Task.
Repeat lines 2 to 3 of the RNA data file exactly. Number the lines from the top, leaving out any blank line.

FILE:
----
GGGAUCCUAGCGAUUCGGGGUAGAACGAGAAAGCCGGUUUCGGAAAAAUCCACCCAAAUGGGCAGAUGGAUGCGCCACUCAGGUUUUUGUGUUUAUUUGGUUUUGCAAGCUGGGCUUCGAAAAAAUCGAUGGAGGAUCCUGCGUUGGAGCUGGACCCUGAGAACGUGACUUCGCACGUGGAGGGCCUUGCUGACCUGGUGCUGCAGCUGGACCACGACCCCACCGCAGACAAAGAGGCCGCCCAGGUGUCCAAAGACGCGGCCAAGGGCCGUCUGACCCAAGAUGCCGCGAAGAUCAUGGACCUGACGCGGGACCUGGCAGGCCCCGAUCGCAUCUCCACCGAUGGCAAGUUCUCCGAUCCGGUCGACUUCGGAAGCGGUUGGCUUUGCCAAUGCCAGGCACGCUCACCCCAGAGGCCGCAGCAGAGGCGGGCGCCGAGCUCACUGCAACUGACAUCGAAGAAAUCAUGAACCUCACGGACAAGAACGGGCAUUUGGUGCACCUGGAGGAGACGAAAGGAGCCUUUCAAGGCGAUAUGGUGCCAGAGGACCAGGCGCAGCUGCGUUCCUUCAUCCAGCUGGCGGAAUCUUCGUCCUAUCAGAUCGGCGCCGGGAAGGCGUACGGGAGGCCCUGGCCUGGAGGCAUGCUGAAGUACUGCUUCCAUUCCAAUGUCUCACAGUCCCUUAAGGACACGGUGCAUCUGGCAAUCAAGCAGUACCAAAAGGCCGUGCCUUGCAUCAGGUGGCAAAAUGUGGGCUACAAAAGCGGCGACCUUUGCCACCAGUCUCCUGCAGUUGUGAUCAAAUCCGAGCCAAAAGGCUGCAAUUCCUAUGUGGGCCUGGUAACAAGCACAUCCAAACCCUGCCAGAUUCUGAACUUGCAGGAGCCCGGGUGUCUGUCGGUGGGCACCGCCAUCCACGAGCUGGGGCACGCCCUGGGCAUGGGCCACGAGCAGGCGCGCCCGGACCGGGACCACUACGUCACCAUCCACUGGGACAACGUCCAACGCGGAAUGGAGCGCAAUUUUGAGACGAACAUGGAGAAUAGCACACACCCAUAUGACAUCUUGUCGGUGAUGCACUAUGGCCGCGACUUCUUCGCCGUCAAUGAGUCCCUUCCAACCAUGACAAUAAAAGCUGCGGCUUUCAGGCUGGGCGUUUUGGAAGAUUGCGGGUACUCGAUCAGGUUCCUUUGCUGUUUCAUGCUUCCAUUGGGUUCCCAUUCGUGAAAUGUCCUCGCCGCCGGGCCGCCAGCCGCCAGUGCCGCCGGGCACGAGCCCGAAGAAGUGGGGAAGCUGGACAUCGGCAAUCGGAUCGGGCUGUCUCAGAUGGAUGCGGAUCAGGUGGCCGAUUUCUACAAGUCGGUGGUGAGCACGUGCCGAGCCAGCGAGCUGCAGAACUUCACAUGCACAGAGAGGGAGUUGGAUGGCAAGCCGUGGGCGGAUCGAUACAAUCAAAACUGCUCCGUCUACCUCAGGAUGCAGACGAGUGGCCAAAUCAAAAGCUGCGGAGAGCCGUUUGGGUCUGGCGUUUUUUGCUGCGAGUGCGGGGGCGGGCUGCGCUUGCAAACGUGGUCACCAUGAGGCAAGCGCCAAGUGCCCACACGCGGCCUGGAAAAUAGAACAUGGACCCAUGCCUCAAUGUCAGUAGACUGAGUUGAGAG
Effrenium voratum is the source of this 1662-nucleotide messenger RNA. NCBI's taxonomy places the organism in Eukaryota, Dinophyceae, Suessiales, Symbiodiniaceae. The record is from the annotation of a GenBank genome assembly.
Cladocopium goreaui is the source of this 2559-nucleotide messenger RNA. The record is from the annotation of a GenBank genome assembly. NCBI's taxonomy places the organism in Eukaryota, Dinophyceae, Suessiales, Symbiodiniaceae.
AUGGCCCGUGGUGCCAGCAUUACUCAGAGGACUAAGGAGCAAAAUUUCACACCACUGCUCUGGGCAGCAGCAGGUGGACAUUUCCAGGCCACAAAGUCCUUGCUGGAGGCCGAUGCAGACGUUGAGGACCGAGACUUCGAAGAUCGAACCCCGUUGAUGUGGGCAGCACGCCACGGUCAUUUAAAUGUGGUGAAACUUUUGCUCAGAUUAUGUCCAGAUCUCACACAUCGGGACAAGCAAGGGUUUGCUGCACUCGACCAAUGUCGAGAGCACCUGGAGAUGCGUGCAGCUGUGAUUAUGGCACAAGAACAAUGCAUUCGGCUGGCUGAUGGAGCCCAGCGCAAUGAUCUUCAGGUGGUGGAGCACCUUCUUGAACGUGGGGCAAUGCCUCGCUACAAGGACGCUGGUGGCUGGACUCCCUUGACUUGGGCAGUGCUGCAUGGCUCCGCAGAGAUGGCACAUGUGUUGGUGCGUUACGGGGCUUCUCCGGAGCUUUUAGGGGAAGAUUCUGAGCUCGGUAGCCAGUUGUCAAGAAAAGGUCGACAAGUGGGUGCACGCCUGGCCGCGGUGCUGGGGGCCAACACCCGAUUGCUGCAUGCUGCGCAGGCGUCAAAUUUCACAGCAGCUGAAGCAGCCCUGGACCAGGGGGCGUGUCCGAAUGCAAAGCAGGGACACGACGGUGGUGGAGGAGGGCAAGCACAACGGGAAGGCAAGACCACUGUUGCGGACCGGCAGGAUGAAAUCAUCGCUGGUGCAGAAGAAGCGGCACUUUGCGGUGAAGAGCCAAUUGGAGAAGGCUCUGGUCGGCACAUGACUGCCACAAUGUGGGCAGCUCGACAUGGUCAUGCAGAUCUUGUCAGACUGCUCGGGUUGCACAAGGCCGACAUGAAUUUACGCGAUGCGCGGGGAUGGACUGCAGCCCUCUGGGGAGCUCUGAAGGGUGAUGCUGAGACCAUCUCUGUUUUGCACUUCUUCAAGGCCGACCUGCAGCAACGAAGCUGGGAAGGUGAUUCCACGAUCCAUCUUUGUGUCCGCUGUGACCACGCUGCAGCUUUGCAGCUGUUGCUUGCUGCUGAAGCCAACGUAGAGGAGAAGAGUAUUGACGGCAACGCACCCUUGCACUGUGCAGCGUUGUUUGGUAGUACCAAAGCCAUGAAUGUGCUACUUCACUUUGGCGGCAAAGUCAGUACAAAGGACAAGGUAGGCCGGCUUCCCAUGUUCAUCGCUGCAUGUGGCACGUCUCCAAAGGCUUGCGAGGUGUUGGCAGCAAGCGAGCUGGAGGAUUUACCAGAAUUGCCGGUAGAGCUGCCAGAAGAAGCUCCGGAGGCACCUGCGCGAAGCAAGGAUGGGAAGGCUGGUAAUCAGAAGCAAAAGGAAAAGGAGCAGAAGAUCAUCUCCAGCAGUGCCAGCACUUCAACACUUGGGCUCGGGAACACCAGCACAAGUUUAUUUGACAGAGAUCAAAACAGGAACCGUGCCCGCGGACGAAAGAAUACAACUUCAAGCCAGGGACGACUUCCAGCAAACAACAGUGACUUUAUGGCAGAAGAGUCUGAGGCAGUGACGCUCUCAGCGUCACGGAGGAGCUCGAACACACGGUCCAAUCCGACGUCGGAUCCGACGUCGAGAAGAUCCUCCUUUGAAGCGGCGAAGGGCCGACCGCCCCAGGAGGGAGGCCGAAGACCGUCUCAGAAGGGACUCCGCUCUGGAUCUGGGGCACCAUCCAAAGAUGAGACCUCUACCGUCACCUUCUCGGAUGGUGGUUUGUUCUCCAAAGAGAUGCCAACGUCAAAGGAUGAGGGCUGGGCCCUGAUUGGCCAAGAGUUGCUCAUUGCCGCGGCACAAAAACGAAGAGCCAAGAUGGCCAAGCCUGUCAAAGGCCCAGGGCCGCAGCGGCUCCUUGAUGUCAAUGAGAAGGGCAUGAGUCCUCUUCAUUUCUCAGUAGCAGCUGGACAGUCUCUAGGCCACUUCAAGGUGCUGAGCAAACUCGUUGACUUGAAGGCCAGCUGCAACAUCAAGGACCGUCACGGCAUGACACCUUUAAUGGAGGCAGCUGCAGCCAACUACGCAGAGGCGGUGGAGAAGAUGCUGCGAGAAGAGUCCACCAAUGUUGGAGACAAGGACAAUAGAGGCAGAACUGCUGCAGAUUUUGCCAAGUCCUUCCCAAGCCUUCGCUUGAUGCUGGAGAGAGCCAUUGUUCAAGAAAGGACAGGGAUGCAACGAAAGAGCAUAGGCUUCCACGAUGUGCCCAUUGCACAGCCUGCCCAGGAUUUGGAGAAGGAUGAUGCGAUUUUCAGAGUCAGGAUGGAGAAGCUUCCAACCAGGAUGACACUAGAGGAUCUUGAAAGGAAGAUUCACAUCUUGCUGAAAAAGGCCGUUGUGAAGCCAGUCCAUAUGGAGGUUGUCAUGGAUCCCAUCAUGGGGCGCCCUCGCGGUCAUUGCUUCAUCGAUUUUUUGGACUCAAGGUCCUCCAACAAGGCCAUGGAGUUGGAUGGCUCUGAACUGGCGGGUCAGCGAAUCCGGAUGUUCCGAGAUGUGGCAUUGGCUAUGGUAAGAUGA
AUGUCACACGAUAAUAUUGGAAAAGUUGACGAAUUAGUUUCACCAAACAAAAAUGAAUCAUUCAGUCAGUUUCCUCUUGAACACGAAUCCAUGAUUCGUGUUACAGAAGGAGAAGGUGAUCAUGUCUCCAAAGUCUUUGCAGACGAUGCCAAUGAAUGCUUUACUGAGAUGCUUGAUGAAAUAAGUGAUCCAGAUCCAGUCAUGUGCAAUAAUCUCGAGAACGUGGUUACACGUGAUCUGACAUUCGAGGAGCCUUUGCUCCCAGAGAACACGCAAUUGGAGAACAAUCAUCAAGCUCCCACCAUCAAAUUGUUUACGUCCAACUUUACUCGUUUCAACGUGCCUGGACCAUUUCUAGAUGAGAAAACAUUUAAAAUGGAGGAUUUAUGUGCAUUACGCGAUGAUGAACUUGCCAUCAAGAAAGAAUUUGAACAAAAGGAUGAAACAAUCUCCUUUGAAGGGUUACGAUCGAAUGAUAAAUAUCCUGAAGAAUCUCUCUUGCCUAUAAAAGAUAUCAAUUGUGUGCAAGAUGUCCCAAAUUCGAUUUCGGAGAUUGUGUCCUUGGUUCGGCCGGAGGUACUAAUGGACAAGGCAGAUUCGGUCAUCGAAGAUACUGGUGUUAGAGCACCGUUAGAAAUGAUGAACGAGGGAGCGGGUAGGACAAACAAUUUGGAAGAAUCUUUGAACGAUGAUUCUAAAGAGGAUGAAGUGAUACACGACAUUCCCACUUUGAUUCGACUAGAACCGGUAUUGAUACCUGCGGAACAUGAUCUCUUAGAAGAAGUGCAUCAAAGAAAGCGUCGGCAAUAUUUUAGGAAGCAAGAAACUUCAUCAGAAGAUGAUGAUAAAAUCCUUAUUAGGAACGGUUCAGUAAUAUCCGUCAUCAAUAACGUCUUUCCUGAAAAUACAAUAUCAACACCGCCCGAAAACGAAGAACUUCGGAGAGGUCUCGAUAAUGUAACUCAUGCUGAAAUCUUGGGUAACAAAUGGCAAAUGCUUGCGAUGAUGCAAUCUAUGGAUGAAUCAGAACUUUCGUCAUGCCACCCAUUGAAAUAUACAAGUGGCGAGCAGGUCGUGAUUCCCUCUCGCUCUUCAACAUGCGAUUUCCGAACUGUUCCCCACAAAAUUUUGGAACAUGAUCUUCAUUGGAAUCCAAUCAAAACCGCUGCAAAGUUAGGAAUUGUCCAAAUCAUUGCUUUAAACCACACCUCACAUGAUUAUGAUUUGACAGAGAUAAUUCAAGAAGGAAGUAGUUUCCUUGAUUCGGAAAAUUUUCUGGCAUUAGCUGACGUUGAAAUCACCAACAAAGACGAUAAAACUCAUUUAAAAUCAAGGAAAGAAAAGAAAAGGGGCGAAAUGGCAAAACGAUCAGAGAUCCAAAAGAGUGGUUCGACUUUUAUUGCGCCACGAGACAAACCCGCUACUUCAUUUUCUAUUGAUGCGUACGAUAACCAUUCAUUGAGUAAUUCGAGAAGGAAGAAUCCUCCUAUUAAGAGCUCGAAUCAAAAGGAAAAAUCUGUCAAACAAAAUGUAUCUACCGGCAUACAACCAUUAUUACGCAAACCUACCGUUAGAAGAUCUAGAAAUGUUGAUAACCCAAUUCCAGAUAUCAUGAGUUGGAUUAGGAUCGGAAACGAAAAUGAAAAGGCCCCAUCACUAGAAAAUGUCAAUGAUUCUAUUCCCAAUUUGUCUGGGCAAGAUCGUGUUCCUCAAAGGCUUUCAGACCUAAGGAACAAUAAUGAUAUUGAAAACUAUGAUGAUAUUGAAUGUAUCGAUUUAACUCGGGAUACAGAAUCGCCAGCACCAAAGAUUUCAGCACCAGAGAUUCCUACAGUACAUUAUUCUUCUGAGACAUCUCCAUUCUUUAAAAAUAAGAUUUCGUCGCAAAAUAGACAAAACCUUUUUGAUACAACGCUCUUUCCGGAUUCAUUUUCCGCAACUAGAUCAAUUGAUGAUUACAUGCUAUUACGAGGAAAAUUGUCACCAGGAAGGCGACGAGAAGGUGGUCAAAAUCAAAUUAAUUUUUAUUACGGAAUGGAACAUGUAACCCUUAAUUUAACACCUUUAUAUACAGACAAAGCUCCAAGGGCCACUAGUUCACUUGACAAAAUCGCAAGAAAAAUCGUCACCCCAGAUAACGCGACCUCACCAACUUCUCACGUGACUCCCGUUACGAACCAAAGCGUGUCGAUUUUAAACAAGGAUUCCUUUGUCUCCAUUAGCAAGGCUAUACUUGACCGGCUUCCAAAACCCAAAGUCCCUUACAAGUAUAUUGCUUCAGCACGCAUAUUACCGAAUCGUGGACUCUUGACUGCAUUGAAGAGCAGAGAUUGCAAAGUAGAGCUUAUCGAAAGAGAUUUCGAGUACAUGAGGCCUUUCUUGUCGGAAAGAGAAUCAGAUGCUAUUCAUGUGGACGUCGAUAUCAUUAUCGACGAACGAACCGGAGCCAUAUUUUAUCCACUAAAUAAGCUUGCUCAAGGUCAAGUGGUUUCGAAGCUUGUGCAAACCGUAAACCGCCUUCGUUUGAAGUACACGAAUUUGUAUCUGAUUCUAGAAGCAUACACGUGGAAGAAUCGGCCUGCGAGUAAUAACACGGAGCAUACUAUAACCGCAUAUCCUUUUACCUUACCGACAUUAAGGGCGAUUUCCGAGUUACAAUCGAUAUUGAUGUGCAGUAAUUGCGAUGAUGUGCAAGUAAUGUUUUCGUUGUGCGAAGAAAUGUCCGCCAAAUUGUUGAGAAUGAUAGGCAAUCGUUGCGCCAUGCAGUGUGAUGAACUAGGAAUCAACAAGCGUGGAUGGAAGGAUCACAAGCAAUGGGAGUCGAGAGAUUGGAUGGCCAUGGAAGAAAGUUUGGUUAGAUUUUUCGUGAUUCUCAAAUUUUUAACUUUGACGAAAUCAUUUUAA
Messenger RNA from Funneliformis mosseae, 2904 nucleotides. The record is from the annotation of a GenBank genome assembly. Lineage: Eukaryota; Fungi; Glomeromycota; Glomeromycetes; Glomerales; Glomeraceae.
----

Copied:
Effrenium voratum is the source of this 1662-nucleotide messenger RNA. NCBI's taxonomy places the organism in Eukaryota, Dinophyceae, Suessiales, Symbiodiniaceae. The record is from the annotation of a GenBank genome assembly.
Cladocopium goreaui is the source of this 2559-nucleotide messenger RNA. The record is from the annotation of a GenBank genome assembly. NCBI's taxonomy places the organism in Eukaryota, Dinophyceae, Suessiales, Symbiodiniaceae.